[geo-discuss] What to expect from the next INSPIRE implementing rules

Jo Walsh jo at frot.org
Tue Jul 10 18:33:42 UTC 2007

dear all,

Last week I got to attend the EC-GIS workshop in Porto, at which many
of the sessions dealt directly with INSPIRE. There was some reportback
on the progress of the next sets of Implementing Rules which will come
out for public consultation - Network Services, and Data Specification

Network Services

As it stands, the draft Rules will *mandate SOAP, WSDL and UDDI* for 
online transfer of geodata. This means WMS, WFS, WCS, CSW, et al, will
all have to be retrofitted - not only in implementation, but also in
specification - to provide a SOAP interface. Without it, if this draft
stays the same, a system will not be INSPIRE compliant. Oh, and
ISO19119 for service description metadata may be mandated too.

W*S "have to be Web Services as defined by the W3C" as SOAP, in 2004.
I look forward to hearing a much fuller set of rationales 
as to why this decision was taken. 

The JRC will undertake implementation-stresstesting
of whatever is recommended, and if it works well or 
better than the REST-ful interfaces now common in use,
OGC standards improved where necessary to document 
their alternative SOAP interfaces. 

Data Specification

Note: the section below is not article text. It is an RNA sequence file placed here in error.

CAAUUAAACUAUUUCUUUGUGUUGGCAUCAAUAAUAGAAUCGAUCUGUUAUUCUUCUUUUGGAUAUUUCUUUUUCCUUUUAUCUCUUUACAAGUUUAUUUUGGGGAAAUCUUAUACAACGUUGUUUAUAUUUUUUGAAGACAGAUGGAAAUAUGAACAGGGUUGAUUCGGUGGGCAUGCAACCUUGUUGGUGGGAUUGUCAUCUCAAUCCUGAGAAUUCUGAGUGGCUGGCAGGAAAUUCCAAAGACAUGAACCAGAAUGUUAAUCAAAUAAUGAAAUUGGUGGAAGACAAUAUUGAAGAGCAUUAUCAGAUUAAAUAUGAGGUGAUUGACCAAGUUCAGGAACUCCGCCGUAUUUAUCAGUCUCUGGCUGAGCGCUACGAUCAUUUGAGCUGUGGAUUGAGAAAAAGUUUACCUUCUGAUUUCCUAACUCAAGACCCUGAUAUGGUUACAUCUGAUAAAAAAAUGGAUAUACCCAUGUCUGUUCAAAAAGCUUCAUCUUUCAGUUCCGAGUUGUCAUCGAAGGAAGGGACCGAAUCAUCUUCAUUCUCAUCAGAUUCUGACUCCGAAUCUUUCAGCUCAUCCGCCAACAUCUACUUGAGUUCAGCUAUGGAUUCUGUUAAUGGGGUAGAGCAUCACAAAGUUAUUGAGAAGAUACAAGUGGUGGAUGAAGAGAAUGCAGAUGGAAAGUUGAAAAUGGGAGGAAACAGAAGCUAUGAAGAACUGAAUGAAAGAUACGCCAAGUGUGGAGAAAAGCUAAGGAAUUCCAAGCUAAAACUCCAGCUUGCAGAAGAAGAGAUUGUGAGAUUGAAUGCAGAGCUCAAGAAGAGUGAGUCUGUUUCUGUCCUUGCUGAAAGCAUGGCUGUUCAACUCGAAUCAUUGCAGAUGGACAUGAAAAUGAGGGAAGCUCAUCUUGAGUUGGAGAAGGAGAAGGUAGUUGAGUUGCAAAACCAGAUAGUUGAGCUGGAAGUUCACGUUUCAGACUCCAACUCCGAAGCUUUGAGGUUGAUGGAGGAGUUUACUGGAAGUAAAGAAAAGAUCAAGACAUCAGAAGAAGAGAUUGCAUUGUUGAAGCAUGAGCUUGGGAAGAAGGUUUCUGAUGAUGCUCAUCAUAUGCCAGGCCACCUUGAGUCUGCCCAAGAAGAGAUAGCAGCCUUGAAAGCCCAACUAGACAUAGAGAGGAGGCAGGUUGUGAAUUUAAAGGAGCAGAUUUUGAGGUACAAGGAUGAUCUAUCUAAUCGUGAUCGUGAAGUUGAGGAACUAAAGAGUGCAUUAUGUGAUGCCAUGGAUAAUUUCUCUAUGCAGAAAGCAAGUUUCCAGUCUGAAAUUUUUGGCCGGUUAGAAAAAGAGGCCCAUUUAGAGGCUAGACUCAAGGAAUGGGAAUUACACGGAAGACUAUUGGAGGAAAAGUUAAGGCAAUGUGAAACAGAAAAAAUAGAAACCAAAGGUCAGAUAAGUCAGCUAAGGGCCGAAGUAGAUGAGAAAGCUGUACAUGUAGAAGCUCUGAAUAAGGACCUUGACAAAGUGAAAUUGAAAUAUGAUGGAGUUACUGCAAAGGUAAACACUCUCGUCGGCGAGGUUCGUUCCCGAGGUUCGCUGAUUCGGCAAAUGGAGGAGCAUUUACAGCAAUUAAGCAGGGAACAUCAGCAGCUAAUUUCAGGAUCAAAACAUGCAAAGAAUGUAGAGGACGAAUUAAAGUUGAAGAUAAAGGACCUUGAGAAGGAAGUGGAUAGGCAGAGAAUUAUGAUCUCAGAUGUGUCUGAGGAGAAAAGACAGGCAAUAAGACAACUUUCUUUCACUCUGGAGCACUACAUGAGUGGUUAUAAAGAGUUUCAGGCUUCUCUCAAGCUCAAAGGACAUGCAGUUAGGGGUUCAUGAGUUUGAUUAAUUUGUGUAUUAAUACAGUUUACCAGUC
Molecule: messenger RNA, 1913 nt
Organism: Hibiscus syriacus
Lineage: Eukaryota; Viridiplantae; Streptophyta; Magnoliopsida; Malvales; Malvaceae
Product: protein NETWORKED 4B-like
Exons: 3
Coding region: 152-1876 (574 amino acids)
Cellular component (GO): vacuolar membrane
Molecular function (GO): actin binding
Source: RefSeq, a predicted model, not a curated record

The DT is not yet producing implementing rules on 
data specification. The work is coming in 2 phases:
one of "methodology" and the other of "data models".
Up to this point they have produced as phase 1 a 
documented "process of creating harmonised data 
specifications" and this will be published for 
consultation among SDICs/LMOs in August. 

This exists in order to give it to the Spatial 
Data Theme Communities who will actually be responsible
for describing data models for each of the 40 themes
in the INSPIRE Annexes I-III. 

These data models will be legally binding for all 
public authorities publishing geodata in Europe. 

INSPIRE went on the statute books on May 15th and 
from that date there is 2 years to implement the Directive
eg to do what the Implementing Rules say you should do
and also to transpose the Directive into national law.

INSPIRE is a legal framework, its technological dictates 
are accidents of legal ones. The "Implementing Rules" exist 
so that we can have a gauge for INSPIRE compliance.


This committee took an approach of finding a minimal abstract model -
imposing no format and lookign ahead to "future distributed computing
platforms". It was mentioned that amongst the commentary they received
was a desire to know what was informative and what normative. 
They got 500 *distinct* comments through the SDIC/LMO process.

I would like to see more of all of this process open in earlier stages.


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